Building Arsenal’s Perfect Premier League Footballer


As one of the most successful clubs of the Premier League era, it comes as no surprise to anyone that Arsenal have had a few pretty decent players on their books over the past two-plus decades.

Such is the heap of quality the club have had – Nicklas Bendtner and Marouane Chamakh aside – creating a perfect Gunners footballer is no easy task.

For some Arsenal fans they already had their perfect footballer in Thierry Henry, but picked Henry would be too easy, wouldn’t it? So instead, Let’s lave a look then at our mouthwatering creation of Arsenal’s perfect Premier League footballer, made up of some the club’s greatest ever talents – and Theo Walcott.

Olivier GiroudOlivier Giroud
Arsenal v West Bromwich Albion – Premier League | Julian Finney/Getty Images

Perhaps the most harshly treated man on this list by fans and pundits alike, the suave Frenchman never truly got the love he deserved under Arsene Wenger.

However, that being said, he certainly knew how to put the ball in the back of the net, and often did so with his forehead – when he wasn’t popping in scorpion kicks that is.

As headers of the ball go, Giroud ain’t half bad, notching an impressive 30 headed goals in the Premier League to date.

While he’s not exactly a forgotten figure in Premier League history, he certainly deserves a lot more credit than he receives.

The Dutchman joined Arsenal in 1995, and helped transform the Gunners into genuine title contenders, laying on a number of assists for both Ian Wright and Henry as Arsene Wenger’s side grappled with Sir Alex Ferguson’s Manchester United.

As for his brain, well there is perhaps no finer one in football, as he was able to find his teammates time and time again from seemingly impossible angles. Legend.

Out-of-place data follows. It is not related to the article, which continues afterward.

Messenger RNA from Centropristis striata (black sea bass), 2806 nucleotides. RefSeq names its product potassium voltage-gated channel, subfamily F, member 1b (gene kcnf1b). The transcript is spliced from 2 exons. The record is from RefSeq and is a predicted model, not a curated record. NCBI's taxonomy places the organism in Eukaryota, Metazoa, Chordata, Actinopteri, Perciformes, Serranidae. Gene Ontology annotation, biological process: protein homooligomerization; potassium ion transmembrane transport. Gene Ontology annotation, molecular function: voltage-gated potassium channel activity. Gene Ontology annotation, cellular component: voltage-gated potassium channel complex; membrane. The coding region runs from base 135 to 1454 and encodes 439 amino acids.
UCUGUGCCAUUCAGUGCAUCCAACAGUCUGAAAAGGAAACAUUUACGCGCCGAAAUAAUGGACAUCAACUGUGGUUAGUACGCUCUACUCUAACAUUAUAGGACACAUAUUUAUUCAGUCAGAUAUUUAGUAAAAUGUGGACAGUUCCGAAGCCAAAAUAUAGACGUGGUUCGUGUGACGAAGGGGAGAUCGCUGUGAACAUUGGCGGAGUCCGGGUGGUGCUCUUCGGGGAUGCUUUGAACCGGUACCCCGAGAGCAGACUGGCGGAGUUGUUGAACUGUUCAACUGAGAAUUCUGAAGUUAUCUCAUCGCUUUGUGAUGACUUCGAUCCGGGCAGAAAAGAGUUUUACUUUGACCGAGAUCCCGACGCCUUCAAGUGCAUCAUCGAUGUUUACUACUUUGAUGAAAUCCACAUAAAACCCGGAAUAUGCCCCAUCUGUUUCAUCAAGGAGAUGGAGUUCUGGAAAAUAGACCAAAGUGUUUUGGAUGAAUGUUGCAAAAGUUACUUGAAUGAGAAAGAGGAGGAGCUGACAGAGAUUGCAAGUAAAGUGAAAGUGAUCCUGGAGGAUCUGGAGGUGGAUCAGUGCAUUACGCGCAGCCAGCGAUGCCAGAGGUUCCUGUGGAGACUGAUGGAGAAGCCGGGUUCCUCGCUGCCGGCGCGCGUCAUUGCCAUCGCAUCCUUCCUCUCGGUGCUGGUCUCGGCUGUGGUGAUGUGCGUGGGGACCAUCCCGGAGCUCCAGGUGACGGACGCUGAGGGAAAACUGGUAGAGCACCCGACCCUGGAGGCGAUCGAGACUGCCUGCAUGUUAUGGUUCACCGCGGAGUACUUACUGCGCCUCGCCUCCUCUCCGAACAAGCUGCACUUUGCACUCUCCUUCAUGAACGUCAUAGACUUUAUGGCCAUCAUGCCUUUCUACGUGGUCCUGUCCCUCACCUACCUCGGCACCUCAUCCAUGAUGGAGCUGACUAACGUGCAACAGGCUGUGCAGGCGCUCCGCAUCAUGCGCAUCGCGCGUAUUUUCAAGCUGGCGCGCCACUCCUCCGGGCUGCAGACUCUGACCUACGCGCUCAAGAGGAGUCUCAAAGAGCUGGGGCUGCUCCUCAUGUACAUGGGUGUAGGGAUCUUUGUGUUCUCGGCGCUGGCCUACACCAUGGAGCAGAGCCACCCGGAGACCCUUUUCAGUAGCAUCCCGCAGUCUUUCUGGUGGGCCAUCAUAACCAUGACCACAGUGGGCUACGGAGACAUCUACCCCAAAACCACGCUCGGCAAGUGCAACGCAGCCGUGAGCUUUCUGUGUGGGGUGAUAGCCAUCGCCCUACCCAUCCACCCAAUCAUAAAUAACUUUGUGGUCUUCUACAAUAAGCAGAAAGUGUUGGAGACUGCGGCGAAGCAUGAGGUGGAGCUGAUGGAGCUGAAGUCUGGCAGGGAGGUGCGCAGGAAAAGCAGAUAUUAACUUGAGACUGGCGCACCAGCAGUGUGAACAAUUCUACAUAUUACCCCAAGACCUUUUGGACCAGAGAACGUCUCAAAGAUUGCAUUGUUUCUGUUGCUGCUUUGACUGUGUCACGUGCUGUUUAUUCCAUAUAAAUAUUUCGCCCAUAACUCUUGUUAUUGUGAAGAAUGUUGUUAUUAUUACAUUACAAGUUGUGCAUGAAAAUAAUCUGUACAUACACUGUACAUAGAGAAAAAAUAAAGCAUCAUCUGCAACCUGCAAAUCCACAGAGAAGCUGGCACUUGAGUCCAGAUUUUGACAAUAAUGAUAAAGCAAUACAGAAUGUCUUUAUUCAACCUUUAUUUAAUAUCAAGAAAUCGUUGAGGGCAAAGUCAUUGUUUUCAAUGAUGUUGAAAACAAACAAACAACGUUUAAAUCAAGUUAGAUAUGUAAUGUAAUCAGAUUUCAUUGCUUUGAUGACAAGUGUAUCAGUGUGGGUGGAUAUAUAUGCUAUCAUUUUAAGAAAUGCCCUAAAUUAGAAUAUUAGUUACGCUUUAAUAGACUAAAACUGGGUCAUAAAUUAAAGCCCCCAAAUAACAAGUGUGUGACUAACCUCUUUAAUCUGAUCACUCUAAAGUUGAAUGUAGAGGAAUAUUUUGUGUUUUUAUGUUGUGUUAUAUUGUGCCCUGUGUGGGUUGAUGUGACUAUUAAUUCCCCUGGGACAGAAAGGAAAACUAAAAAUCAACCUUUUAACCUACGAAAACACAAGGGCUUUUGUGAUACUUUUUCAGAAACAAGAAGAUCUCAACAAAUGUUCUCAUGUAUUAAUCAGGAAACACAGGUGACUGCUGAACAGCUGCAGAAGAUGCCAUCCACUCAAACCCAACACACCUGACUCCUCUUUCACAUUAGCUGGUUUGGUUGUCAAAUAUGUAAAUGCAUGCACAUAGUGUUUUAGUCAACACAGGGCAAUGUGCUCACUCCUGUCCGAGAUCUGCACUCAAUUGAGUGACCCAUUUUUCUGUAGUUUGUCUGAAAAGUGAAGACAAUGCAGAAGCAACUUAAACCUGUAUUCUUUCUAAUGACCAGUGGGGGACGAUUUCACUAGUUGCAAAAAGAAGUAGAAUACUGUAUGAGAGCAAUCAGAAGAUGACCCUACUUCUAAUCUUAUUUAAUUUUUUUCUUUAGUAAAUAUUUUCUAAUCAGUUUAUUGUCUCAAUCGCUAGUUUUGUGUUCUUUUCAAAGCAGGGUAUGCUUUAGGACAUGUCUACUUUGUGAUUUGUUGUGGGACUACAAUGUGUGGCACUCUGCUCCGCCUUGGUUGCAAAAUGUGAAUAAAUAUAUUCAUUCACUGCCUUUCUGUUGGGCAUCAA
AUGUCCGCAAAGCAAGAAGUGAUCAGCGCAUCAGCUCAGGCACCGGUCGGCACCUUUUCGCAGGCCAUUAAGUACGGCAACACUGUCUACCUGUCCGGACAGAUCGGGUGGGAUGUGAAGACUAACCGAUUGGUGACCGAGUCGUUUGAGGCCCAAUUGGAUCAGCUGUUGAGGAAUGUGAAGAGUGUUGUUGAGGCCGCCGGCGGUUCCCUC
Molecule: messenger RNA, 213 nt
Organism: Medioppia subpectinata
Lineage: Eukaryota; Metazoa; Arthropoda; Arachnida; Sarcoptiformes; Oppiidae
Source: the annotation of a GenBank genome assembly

While Bergkamp would also be worthy of a selection here, few can disagree with the choice of Cesc Fabregas.

Although he perhaps may have shown off his quarterback skills more impressively at Chelsea – with his Arsenal performances often more all-action and swashbuckling – he still possessed the ability to assist his teammates regularly in Wenger’s side.

Such a travesty that he never returned to the Emirates.

Ashley Cole celebrates scoring the first goalAshley Cole celebrates scoring the first goal
Ashley Cole celebrates scoring the first goal | Phil Cole/Getty Images

While he may not be every Arsenal fans’ favourite player, the Englishman had the ability to bomb up and down the left flank like few others.

Whether it be sticking a firm tackle in at the back, or laying on an assist at the top end of the pitch, Cole could do it all.

Arguably the world’s greatest left-back at his peak, the former England international revolutionised the full-back position, and was vital as Arsenal went unbeaten in 2004.

Patrick VieiraPatrick Vieira
Alex Livesey/Getty Images

The big Frenchman had it all really, including a ridiculous amount of strength on and off the ball.

The image of Patrick Vieira and Roy Keane going toe-to-toe in the tunnel and on the pitch is one to behold – far removed from the tame clashes of the modern game – with Vieira rarely coming out second best against the fierce Irishman.

Robin van PersieRobin van Persie
Arsenal v Queens Park Rangers – Premier League | Clive Mason/Getty Images

Another player who isn’t exactly liked by Gunners’ fans, it is hard to deny just how good the man’s left foot was.

Van Persie’s eight-year stay at Arsenal saw him emerge from the shadows of Henry and Bergkamp to become the main man at the Emirates, forming an exciting attack alongside Samir Nasri and Fabregas.

In total, he scored 85 Premier League goals for both United and Arsenal with his left boot.

Thierry HenryThierry Henry
Etsuo Hara/Getty Images

What more can be said about Thierry Henry?

While his managerial career has gone down like a lead balloon, his days at Arsenal as player were extraordinary. So much so, that he is widely regarded as the greatest player in Premier League history.

The way he could glide across the park was glorious, yet it was his potent finishing with his right boot that made him the legend that he is today.

Va Va Voom

Theo WalcottTheo Walcott
Arsenal v Stoke City – Premier League | Clive Rose/Getty Images

The current Everton man could never truly live up to his early hype, but he forged a relatively successful career at Arsenal nonetheless.

While his end-product was at times found wanting, the sheer raw speed of his play was frightening, with only perhaps Marc Overmars able to give him a run for his money.

The sight of the Englishman tearing away from an opposition defender was a joy to behold, and became even better when he did manage to slot one away – eventually.


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